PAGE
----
From Publishers Weekly
Part love story, part fable, part feminist manifesto, part political statement, Walker's novel follows a cast of interrelated characters, most of them black. and each representing a differ ent ethnic strain that contributes to the black experience in America. Marred by didacticism, theorizing and pontificating, "the book never achieves the narrative power of The Color Purple ," noted PW .
Copyright 1990 Reed Business Information, Inc.
From Library Journal
Nothing in Walker's extraordinary new novel is fixed. Time and place range from precolonial Africa to post-slavery North Carolina to modern-day San Francisco; and the characters themselves change and evolve as their stories are told, their myriad histories revealed. Most often present are Miss Lissie, an old woman with a fascinating host of former lives; her companion, the gentle Mr. Hal; Arveyda, a soul-searching musician; his wife Carlotta, who was born in the South American jungle; Fanny, a young woman who has a tendency to fall in love with spirits; and her husband Suwelo, who tries hard but simply does not understand her. Out of the telling of their stories emerges a glorious and iridescent fabric, a strand connecting all their lives and former lives and seeming to pull all of existence into its folds. Walker's characters are magnetic, even with their all-to-human flaws and stumblings; they seem to contain the world, and to do it justice. Highly recommended.- Jessica Grim,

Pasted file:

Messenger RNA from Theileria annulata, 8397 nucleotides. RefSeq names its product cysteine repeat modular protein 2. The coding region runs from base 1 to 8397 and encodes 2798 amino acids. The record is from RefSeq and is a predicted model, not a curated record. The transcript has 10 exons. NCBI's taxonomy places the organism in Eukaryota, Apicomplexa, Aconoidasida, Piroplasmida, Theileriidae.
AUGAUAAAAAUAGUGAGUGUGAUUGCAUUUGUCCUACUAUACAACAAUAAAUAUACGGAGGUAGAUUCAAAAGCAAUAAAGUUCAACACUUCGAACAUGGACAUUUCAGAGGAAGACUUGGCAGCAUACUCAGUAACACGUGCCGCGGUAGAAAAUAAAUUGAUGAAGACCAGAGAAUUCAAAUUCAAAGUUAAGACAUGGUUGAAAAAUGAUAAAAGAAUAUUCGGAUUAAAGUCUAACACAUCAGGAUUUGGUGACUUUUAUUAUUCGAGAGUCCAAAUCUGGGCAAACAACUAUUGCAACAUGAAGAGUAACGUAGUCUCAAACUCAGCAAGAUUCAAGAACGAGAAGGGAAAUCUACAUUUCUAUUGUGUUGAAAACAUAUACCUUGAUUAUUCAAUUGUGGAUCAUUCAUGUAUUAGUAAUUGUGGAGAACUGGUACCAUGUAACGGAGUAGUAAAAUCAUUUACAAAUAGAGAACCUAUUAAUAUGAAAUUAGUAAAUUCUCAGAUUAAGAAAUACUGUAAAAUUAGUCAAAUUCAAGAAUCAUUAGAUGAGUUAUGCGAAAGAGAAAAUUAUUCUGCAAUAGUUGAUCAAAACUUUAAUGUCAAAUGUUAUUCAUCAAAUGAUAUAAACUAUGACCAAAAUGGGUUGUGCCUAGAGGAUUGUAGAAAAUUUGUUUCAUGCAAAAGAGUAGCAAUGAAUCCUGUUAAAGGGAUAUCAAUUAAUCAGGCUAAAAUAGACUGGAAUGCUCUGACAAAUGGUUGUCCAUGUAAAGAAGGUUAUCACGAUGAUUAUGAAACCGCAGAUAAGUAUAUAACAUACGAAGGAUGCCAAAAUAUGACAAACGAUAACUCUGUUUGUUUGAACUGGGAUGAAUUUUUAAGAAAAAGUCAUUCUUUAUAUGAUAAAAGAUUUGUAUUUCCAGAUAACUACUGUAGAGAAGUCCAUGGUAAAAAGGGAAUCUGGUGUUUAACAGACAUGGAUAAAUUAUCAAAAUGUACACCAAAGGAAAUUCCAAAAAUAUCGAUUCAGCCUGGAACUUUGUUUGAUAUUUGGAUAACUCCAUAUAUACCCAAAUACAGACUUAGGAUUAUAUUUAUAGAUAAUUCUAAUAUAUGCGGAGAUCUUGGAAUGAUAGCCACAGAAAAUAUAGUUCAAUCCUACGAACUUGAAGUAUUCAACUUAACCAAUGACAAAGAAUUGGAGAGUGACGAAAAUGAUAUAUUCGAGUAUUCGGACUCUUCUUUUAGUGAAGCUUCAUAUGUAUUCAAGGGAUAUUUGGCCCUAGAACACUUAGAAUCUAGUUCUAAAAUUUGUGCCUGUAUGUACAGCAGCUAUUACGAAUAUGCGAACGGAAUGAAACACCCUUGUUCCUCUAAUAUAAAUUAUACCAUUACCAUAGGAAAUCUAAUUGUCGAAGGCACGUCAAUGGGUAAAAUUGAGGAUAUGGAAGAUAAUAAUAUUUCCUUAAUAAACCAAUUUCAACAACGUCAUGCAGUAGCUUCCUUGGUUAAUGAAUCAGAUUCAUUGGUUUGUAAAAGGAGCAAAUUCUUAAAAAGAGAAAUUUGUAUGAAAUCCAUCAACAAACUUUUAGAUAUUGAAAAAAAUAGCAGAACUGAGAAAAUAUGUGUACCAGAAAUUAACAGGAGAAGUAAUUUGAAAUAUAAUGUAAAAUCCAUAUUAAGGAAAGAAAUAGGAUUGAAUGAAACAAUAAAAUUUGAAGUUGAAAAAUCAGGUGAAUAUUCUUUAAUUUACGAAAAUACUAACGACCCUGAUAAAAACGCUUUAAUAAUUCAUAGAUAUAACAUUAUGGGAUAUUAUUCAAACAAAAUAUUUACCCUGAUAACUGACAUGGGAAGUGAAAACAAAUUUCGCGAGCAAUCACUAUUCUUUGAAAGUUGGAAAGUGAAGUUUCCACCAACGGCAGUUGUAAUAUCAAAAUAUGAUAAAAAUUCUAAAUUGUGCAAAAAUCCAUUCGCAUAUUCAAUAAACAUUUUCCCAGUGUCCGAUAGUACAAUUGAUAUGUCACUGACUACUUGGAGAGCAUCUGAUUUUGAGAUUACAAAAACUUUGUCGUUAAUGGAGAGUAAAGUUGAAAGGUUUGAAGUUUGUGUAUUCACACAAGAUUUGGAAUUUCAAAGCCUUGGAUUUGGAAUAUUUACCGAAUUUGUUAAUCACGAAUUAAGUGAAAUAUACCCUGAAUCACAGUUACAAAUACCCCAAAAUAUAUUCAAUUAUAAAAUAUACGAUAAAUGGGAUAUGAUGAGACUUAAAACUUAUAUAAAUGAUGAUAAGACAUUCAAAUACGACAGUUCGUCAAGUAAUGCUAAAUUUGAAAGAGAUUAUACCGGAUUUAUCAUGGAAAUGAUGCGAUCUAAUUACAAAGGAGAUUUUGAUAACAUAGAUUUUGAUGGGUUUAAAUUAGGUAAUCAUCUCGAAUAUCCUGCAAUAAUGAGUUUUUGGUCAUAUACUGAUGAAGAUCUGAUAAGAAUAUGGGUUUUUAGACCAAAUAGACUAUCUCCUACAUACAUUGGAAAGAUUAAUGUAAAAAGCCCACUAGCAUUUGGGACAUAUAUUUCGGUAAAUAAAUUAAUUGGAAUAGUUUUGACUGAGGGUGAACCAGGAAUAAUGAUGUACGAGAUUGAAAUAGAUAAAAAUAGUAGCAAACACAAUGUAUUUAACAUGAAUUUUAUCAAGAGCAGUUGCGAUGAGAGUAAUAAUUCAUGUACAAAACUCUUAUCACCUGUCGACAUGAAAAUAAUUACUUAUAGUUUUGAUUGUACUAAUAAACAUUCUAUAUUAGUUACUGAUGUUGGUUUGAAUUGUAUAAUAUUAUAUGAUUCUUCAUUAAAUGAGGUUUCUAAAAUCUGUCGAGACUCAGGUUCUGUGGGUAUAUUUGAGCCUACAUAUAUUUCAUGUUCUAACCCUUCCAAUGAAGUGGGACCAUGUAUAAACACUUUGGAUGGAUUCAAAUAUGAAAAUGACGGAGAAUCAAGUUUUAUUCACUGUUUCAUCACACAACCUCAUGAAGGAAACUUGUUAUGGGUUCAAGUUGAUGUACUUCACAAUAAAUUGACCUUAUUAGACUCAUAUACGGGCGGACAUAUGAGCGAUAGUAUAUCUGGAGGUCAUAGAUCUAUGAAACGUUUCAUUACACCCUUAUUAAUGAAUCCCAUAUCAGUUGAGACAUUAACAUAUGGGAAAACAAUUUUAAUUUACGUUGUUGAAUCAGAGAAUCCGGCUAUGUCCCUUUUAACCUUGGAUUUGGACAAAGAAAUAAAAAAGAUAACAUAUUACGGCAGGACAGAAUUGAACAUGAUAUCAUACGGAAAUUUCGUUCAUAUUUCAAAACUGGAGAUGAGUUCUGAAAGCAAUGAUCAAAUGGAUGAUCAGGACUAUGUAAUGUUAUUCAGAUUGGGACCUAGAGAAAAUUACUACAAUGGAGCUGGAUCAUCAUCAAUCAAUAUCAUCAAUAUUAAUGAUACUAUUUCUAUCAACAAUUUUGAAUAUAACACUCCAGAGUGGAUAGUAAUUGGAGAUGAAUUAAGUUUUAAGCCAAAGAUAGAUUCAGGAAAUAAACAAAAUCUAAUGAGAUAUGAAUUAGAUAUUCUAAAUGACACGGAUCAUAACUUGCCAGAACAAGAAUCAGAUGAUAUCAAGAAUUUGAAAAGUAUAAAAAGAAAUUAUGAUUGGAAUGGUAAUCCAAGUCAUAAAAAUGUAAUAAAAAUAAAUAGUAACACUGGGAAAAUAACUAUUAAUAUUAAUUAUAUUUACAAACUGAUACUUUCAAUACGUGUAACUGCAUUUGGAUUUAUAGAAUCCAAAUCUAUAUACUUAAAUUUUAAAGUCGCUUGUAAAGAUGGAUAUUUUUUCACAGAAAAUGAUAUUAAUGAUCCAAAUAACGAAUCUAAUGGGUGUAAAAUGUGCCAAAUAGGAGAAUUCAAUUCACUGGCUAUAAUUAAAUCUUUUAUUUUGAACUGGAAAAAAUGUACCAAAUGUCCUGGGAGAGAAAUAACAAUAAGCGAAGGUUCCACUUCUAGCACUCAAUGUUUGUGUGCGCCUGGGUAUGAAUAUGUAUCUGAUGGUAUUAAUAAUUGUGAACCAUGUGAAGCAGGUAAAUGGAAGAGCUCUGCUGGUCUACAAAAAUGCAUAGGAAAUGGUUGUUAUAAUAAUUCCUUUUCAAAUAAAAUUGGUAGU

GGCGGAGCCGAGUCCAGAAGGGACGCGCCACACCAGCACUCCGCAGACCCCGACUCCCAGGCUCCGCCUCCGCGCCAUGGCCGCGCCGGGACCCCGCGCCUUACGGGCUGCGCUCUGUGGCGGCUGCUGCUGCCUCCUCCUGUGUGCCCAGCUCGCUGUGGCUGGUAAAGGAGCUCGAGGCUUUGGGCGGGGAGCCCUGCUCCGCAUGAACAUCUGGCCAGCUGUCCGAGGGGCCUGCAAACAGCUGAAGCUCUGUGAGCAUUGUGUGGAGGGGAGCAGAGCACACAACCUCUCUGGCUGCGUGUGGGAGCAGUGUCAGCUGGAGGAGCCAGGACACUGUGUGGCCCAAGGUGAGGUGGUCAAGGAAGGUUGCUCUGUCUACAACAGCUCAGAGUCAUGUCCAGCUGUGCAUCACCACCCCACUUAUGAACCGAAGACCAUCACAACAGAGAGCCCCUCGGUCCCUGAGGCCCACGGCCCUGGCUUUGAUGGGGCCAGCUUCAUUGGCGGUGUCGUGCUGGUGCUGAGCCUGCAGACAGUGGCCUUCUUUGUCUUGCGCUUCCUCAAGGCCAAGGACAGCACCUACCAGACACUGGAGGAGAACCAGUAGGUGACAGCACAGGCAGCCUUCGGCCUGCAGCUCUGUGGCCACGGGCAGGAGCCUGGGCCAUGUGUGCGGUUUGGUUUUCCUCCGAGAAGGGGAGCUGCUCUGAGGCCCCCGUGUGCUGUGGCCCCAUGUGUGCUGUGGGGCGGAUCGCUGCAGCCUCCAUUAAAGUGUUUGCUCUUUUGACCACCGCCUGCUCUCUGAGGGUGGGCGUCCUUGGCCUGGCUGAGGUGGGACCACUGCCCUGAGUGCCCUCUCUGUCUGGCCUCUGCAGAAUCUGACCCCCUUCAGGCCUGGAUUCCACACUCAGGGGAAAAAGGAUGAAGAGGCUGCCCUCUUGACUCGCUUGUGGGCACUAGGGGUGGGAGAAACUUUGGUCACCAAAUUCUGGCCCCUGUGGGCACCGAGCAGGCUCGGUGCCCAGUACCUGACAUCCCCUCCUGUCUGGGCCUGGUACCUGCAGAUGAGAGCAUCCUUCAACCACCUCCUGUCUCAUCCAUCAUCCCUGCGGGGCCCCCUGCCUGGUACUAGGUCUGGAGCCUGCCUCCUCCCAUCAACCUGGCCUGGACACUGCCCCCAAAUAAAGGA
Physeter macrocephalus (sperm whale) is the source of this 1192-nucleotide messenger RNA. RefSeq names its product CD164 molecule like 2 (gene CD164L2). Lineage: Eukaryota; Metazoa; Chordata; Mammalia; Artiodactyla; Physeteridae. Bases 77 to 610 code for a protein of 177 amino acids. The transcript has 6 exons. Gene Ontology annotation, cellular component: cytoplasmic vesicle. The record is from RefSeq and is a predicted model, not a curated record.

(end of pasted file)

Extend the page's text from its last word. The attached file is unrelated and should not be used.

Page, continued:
Copyright 1989 Reed Business Information, Inc.
--This text refers to an out of print or unavailable edition of this title.